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An ancient Israeli tradition says that when discussions about the budget approach, the IDF calls up into reserves the Ayatollah Ali Khomeini, the spiritual leader of Iran. But Israel does not have an exclusive monopoly over the "Iranian element." The Iranian threat casts a magical charm over everyone who deals with it. For Israel, it has opened American pockets; for America, it justifies nearly everything that the U.S. does in the Middle East; for Europe, Iran provides a strategic role; and it gives Russia the status of an American competitor.

Yet those who should be most "pleased" about the Iranian threat are not out dancing in celebration. No less, and perhaps more than Israel and the United States, Saudi Arabia and the other Gulf states, as well as Iraq and Egypt, are hoping for the success of the diplomatic move that would at least freeze the Iranian uranium enrichment efforts. That's because the last thing those Arab states want is another war by the West against an Islamic state in which they will be "forced" to defend the honor of a Shi'ite state.

The Israeli (and American) bemusement with the military option against Iran has quite naturally rendered irrelevant the diplomatic option. However, to the dismay of the trigger-happy types, the diplomatic option, meanwhile, has frozen the continuation of uranium enrichment. Their working assumption, of course, is that Iran will lie and continue developing a nuclear option in secret. But one can even assume further that Iran will indeed develop a nuclear bomb and in another three to five years will have a bomb. That should be the working assumption.

The military option must recognize that the Iranian nuclear industry is not at all like the Iraqi industry of 1981. It is dispersed over dozens of sites, including University of Tehran, a nuclear center near Mashad, Nantaz, the reactor at Bashar, and elsewhere. And there are some facilities that are assessed only as nuclear facilities. Attacking those sites would mean war against Iran and all 70 million of its citizens. Of course, it is possible to claim that the cost is worthwhile, but it is also possible to examine whether Iran is really an insane state ready to destroy itself on the condition that Israel is destroyed with it.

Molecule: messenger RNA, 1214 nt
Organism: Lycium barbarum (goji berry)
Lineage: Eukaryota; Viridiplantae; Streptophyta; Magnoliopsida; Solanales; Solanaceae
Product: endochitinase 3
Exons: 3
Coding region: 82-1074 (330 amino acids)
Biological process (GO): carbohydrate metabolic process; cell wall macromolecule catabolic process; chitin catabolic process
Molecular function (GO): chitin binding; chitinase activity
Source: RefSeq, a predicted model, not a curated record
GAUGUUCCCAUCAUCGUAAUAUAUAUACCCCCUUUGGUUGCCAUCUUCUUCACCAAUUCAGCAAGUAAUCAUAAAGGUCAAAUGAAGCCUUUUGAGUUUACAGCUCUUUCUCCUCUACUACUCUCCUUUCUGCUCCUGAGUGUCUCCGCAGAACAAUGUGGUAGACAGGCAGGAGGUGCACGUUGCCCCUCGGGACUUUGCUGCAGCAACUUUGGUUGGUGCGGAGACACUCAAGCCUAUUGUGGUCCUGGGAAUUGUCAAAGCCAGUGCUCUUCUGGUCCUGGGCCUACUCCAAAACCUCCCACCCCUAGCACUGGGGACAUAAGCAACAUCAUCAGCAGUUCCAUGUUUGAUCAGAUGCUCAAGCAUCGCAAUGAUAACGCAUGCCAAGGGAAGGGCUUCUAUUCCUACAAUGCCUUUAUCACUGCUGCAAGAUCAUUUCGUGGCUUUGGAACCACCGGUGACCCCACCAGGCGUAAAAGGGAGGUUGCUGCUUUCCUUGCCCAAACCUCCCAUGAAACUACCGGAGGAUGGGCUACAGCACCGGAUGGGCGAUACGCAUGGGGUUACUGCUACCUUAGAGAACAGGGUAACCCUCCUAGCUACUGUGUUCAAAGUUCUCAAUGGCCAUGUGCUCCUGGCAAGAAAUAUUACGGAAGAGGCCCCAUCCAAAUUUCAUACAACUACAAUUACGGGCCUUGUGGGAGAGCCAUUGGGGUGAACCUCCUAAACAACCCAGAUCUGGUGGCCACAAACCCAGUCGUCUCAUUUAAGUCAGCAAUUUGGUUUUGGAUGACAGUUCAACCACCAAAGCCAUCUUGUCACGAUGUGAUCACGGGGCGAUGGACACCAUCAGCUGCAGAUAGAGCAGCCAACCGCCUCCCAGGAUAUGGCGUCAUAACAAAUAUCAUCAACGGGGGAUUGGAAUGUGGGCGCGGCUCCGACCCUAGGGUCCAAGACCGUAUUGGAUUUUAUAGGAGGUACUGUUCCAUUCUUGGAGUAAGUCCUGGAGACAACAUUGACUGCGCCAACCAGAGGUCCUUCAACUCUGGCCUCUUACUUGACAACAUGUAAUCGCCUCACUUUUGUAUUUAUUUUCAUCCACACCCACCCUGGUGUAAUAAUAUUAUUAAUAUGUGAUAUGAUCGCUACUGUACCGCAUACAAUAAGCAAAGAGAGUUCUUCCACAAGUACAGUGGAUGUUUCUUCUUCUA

Iran is not Iraq of 2003. It is a state where most of the population is not happy with its economic circumstances, but not necessarily opposed to the governmental regime. Reformists are no less nationalistic than the conservatives, and the ayatollahs are not just whippers of women. It is a regime hungry for legitimacy, both domestically and externally. And can anyone say which country is crazier: Iran or Pakistan, which has nuclear weapons, India, which threatens Pakistan with the use of its nuclear weapons - and is now conducting talks with it - or maybe North Korea, with whom the United States is ready to negotiate?

It is also possible to ask, before Israel or the U.S. uses the ultimate weapon against Iran, why it is impossible to pressure China to cancel its $100 billion gas deal with Iran; to force Turkey to cut off diplomatic ties with Iran or at least not buy natural gas from it; to tell India to avoid reaching an agreement with Iran for a $3.5-billion oil pipeline that will go through Pakistan; and maybe even to tell Russia not only to stop building the reactor at Bashar, but also to cease its civilian investments as a punishment. And interestingly, all those countries are also friends of Israel and buy high technology from it. Even more interesting is that Iran has not minded for years doing business with friends of Israel. It even is begging for the renewal of diplomatic relations with Egypt, relations that Iran cut off in the wake of the Camp David accords.

Iran is not the isolated country the U.S. wanted it to be when it imposed sanctions on it. It enjoys close ties with most of the countries of the world, and the ayatollah's regime is not made up of suicide bombers. It is a regime that is not happy with the existence of Israel and would like to see it disappear, but not at the price of its own disappearance.